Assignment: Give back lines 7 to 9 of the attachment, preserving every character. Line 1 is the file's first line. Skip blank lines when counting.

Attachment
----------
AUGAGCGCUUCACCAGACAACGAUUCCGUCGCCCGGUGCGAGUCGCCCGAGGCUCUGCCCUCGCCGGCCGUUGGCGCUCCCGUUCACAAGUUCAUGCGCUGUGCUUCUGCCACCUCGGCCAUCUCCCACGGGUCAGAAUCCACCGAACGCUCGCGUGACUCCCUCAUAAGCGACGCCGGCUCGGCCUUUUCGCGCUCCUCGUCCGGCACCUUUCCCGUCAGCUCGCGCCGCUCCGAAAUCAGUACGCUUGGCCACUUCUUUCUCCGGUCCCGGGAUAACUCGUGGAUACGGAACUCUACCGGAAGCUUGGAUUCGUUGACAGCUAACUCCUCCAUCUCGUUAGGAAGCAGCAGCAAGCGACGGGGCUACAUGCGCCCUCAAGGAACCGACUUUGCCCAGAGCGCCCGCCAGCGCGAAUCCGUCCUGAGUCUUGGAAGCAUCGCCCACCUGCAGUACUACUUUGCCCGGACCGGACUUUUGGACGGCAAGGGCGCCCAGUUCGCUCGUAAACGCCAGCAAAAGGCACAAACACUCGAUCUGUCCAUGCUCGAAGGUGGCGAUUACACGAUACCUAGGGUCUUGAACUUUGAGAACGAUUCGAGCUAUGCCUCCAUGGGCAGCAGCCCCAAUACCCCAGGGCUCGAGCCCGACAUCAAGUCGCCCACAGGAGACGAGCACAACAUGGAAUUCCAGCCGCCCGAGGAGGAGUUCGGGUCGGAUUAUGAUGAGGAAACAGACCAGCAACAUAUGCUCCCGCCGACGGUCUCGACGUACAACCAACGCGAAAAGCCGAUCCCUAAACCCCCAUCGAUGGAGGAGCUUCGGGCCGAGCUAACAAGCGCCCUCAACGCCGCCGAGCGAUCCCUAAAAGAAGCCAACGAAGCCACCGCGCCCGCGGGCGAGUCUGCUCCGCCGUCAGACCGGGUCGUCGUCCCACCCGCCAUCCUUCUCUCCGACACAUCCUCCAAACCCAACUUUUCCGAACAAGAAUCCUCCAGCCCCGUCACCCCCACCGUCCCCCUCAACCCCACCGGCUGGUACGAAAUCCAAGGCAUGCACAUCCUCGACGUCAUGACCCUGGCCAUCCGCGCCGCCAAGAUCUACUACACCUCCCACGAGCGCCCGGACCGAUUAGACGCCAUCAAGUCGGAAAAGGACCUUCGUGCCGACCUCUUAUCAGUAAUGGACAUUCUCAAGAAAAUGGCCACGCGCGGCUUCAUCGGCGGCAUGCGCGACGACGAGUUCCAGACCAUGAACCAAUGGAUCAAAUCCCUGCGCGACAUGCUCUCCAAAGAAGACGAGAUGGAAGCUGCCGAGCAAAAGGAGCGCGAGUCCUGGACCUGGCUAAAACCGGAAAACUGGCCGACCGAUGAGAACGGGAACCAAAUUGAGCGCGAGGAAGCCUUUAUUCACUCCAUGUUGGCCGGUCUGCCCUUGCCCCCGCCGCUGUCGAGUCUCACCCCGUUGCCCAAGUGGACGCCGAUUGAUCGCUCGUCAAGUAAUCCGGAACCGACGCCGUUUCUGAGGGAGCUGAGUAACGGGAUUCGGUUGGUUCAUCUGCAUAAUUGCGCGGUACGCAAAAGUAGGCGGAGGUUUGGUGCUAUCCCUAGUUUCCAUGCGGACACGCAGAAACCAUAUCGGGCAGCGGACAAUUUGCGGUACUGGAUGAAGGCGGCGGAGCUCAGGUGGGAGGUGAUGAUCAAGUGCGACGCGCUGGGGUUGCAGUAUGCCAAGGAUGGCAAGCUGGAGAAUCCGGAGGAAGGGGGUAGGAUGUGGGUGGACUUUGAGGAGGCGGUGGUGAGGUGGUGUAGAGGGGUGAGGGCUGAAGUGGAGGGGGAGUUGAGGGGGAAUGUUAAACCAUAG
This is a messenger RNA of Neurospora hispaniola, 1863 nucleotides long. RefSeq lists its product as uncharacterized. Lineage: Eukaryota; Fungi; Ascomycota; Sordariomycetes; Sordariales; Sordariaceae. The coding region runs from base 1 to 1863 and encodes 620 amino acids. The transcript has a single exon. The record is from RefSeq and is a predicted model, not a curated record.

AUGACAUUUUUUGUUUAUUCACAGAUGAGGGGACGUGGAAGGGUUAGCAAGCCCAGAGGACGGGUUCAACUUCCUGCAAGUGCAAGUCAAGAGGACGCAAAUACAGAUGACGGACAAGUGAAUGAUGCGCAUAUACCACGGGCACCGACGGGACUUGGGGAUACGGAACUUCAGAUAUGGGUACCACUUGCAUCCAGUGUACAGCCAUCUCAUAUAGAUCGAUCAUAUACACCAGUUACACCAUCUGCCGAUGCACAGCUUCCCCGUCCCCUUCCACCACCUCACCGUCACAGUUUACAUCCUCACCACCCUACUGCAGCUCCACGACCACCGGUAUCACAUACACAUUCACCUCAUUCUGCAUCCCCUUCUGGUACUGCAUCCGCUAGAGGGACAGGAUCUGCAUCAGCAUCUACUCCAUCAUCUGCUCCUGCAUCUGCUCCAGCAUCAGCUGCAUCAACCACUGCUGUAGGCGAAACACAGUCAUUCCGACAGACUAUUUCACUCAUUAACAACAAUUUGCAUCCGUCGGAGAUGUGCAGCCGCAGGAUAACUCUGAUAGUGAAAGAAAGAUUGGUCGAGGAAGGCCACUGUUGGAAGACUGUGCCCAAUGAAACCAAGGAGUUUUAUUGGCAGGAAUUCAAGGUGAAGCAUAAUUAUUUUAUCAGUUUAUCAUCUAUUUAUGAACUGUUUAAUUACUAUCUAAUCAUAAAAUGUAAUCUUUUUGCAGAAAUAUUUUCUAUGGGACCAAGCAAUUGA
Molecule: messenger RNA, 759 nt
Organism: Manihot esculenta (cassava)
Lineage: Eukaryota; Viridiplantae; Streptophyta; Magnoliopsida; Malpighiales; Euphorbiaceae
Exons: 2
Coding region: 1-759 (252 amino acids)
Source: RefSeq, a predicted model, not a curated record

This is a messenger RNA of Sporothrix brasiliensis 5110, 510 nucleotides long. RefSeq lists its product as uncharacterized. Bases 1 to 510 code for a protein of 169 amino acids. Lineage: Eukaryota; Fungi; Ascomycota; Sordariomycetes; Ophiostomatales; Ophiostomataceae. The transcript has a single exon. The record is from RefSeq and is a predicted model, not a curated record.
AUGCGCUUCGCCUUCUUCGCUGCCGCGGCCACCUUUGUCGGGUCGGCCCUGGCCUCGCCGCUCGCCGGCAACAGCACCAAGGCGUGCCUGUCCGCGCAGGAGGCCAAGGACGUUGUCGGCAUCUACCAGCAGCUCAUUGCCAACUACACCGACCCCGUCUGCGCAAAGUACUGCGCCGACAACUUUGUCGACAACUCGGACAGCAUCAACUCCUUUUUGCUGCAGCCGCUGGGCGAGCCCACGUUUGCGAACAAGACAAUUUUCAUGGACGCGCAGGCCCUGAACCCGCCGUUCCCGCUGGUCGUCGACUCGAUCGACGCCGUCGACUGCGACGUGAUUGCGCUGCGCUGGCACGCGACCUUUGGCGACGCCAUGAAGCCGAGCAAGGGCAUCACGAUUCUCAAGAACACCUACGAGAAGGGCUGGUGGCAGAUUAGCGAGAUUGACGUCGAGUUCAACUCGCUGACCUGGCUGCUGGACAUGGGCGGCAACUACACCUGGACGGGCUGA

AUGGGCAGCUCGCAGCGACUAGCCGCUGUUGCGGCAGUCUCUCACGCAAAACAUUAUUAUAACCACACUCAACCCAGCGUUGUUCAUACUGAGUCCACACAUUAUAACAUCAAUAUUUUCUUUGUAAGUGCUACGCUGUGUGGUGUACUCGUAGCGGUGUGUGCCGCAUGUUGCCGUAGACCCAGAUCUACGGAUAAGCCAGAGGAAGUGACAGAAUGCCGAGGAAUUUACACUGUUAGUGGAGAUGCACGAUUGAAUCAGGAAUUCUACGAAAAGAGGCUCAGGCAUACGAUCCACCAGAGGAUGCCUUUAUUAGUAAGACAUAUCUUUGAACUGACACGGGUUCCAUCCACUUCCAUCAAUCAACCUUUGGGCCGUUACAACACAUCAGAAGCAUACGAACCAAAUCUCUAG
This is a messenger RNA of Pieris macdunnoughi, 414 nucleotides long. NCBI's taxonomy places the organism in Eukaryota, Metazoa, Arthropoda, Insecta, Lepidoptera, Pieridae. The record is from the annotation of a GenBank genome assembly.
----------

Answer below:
Exons: 2
Coding region: 1-759 (252 amino acids)
Source: RefSeq, a predicted model, not a curated record